Isolated microfluidic stagnation point flows-stagnation point flows formed within microfluidic interfaces-have come a long way as a tool for characterizing materials, trapping/manipulating micro particles, and generating confined flows and localized chemistries. Early applications of these fluidic stagnation flows focused on characterizing emulsions and polymers. However, in recent times, these flows have taken microfluidic forms to expand the range of applications to single-cell analysis, substrate patterning, and chip-integrated devices, amongst others. This article focuses on reviewing the microfluidics literature to highlight the concept behind isolated microfluidic stagnation point flows, underline different approaches of experimentally resolving them, and then look into their applications in chemistry and life sciences; with a specific focus on micro-total-analysis systems. The literature on this topic is approached historically; from the isolated fluidic stagnation point flow generated by the early four-roll mill to the currently predominating microfluidic stagnation point flows of the cross-slot device. Finally, isolated microfluidic stagnation flows produced by the relatively recent open space microfluidics-opposed jets, microfluidic probes and micropipettes-are critically analyzed and their applications are discussed. Ultimately, the goal of this article is to inform the scientific community on the constructive aspect of microfluidic stagnation flows by demonstrating their past, present, and future applicability in analytical chemistry and life sciences.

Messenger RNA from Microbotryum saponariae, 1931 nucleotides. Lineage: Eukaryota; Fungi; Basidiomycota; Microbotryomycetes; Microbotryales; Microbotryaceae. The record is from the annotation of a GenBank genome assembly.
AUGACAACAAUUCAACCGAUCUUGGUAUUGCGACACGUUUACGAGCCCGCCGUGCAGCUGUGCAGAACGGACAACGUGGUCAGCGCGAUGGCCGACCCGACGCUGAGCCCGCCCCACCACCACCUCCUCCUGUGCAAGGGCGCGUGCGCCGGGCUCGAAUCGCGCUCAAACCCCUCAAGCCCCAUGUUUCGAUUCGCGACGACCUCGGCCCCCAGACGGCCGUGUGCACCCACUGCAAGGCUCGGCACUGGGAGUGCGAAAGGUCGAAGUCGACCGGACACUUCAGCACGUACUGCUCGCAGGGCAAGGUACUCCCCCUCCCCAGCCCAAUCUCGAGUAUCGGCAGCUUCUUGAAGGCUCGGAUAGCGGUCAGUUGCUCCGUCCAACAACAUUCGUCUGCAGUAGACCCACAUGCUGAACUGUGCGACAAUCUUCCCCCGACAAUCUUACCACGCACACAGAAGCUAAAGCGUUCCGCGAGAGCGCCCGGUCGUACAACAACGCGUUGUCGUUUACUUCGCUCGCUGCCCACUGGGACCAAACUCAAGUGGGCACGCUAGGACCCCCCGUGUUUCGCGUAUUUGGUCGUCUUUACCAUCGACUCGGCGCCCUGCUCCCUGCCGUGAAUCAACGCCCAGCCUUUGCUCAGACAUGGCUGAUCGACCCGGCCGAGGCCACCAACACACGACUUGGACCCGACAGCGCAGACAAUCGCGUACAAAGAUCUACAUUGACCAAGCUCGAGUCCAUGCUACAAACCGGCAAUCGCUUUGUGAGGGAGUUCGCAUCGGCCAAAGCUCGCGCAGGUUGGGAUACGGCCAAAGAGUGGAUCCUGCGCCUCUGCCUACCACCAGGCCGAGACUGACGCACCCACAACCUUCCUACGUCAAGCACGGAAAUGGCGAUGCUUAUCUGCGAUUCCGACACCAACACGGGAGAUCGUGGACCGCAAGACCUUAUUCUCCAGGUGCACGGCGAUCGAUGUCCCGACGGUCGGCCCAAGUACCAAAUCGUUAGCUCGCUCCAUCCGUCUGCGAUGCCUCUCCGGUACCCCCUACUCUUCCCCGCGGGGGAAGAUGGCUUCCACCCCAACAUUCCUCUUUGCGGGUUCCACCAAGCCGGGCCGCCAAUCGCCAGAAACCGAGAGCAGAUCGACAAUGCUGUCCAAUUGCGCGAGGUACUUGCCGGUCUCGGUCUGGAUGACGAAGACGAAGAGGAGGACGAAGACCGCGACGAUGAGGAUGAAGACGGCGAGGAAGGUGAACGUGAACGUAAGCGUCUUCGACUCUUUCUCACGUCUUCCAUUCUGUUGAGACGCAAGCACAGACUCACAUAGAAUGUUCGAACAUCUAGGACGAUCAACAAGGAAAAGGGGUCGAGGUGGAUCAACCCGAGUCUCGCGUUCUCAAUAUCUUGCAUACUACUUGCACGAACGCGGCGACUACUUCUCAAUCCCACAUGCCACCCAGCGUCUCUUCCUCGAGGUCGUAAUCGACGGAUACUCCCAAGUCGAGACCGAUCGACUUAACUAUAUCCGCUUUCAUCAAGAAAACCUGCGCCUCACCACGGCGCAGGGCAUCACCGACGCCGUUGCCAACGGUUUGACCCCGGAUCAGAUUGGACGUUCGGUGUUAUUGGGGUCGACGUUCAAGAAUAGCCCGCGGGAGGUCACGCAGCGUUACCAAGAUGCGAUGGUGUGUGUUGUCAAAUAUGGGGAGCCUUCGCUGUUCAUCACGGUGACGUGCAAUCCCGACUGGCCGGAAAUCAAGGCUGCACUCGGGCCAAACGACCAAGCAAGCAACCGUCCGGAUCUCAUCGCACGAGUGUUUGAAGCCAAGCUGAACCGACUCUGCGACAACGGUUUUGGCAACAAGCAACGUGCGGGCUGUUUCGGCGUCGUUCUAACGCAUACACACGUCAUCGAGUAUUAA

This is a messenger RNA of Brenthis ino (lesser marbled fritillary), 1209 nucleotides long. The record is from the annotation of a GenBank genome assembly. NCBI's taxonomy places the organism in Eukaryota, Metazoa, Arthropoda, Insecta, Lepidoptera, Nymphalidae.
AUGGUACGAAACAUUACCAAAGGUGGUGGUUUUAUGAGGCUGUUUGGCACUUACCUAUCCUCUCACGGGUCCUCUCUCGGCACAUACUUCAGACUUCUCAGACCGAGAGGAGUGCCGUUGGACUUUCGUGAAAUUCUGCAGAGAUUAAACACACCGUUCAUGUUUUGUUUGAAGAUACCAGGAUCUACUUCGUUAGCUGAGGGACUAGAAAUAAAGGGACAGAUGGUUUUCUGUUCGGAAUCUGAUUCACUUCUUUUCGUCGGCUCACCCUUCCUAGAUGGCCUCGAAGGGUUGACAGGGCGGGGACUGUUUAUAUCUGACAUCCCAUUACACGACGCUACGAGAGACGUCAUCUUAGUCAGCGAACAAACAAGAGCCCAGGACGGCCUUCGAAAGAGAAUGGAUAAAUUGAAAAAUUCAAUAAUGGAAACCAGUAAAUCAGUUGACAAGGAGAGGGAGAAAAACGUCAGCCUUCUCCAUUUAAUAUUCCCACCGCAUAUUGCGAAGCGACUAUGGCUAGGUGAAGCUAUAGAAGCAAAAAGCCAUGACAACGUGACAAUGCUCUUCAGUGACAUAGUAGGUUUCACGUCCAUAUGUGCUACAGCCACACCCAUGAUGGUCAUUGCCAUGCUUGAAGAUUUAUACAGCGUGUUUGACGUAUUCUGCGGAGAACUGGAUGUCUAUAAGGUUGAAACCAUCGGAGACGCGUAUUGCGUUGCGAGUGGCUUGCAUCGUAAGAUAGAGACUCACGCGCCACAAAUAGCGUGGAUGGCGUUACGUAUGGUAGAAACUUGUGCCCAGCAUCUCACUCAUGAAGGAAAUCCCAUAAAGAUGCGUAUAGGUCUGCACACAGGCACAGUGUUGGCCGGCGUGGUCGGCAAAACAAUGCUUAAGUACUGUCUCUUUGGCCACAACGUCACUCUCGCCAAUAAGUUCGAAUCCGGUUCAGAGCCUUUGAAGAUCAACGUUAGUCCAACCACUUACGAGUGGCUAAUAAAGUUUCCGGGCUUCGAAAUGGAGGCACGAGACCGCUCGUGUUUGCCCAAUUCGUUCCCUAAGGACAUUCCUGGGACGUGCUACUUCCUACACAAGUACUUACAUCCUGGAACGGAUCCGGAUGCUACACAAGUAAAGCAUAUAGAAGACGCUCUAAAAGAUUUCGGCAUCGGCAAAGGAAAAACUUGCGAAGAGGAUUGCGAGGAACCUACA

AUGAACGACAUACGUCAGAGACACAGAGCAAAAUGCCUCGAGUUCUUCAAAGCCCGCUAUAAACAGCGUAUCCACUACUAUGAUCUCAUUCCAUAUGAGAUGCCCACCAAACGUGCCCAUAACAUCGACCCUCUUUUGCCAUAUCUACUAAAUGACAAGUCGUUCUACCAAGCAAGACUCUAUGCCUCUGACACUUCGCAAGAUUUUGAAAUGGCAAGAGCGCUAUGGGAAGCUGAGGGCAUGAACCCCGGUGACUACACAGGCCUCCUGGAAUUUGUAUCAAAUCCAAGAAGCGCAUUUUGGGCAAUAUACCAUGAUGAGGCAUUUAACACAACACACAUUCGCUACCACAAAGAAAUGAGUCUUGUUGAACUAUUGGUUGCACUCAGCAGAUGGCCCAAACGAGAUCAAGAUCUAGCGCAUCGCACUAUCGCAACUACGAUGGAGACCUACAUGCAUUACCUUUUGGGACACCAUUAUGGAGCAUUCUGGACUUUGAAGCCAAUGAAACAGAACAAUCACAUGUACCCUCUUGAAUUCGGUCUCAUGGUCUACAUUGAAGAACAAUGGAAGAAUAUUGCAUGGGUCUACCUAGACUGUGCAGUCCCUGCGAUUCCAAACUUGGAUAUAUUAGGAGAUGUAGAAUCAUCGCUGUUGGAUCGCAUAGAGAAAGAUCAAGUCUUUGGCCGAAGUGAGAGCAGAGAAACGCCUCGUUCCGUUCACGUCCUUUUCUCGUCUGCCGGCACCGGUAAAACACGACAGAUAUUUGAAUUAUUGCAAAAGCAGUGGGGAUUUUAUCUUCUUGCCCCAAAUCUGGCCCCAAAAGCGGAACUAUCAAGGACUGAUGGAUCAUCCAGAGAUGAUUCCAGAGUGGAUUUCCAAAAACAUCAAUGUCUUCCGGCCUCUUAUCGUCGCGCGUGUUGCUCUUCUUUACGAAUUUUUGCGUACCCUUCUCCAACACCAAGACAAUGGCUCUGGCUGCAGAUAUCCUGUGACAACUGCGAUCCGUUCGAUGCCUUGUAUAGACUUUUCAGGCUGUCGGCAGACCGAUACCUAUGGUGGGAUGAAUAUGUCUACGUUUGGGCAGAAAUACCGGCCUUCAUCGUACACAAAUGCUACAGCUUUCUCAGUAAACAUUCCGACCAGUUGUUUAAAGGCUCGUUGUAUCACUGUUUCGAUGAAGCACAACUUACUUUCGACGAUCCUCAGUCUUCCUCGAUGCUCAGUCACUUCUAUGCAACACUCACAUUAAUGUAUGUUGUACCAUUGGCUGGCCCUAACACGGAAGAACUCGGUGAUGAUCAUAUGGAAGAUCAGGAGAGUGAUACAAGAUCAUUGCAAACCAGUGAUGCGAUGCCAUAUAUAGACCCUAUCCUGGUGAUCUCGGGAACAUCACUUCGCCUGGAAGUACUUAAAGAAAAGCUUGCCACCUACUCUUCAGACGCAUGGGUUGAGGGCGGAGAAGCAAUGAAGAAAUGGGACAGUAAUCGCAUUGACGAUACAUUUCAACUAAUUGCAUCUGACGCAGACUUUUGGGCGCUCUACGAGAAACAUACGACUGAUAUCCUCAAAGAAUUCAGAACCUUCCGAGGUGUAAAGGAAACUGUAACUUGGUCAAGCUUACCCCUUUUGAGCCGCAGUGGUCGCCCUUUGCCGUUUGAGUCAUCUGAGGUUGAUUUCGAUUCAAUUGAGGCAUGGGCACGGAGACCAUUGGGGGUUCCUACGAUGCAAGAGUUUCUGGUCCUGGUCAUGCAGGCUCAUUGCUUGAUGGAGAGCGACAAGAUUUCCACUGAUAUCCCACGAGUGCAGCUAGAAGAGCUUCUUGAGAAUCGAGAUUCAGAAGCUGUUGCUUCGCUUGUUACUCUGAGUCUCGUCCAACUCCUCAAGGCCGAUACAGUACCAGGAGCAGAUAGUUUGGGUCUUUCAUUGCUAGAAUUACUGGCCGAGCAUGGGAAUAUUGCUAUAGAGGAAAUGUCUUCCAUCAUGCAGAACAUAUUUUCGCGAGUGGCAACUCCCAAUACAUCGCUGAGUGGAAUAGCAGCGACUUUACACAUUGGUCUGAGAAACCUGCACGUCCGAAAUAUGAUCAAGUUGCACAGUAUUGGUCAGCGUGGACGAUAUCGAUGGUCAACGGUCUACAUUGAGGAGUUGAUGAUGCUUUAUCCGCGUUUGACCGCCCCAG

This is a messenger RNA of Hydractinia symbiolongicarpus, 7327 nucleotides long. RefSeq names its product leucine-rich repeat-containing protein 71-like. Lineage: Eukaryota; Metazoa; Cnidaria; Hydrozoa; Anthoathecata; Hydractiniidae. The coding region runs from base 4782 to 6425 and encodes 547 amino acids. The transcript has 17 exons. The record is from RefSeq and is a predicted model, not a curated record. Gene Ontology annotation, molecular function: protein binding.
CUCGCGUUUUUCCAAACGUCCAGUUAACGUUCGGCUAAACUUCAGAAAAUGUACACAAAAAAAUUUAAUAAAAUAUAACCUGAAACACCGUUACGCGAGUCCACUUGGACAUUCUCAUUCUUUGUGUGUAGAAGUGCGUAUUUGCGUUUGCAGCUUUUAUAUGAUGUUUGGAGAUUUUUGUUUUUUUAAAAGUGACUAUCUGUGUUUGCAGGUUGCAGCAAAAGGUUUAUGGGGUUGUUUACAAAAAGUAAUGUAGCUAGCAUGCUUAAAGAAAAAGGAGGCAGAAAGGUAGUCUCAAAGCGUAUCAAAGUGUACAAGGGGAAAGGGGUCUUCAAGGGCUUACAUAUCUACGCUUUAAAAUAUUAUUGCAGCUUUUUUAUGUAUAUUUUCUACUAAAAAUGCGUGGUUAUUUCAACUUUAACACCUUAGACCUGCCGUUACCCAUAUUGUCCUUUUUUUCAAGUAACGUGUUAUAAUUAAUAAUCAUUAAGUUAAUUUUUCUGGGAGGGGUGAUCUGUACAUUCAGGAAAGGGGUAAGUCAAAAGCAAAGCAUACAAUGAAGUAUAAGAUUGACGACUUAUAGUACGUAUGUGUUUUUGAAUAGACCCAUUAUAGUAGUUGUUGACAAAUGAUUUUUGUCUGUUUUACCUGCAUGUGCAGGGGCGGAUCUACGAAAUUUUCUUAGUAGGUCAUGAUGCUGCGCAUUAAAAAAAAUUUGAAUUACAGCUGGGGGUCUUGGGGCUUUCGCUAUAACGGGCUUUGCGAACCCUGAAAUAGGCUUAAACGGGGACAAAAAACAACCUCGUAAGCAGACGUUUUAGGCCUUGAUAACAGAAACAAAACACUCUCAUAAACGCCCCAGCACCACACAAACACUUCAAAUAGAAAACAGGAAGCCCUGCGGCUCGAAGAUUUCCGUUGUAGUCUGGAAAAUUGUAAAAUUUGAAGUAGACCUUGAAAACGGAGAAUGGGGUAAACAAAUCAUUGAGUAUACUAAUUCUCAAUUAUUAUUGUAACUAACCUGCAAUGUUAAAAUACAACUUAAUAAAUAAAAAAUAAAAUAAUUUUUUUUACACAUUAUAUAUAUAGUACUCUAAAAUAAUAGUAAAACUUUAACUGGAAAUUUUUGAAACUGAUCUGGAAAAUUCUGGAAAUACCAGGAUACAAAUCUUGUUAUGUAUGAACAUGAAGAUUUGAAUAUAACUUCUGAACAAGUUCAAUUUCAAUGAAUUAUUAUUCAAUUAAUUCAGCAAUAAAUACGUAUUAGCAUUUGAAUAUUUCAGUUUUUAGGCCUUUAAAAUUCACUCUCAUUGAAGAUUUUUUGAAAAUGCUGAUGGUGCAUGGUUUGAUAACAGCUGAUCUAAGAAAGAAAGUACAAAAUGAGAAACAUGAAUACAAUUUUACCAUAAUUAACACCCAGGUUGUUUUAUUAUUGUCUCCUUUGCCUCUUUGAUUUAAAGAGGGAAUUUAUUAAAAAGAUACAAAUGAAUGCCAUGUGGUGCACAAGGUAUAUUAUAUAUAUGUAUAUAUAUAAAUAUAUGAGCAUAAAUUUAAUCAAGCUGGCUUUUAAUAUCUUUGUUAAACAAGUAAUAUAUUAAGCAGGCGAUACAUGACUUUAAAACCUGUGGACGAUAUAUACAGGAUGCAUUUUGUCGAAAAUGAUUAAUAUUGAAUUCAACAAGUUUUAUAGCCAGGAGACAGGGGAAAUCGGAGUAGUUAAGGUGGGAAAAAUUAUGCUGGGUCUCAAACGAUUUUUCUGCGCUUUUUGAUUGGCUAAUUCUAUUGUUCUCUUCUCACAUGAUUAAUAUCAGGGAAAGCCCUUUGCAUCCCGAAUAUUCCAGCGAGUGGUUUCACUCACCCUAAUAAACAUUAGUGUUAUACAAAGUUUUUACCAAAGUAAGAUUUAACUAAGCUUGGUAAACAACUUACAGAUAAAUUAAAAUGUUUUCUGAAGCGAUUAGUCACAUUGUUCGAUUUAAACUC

ASJC Scopus subject areas
- Chemical Engineering(all)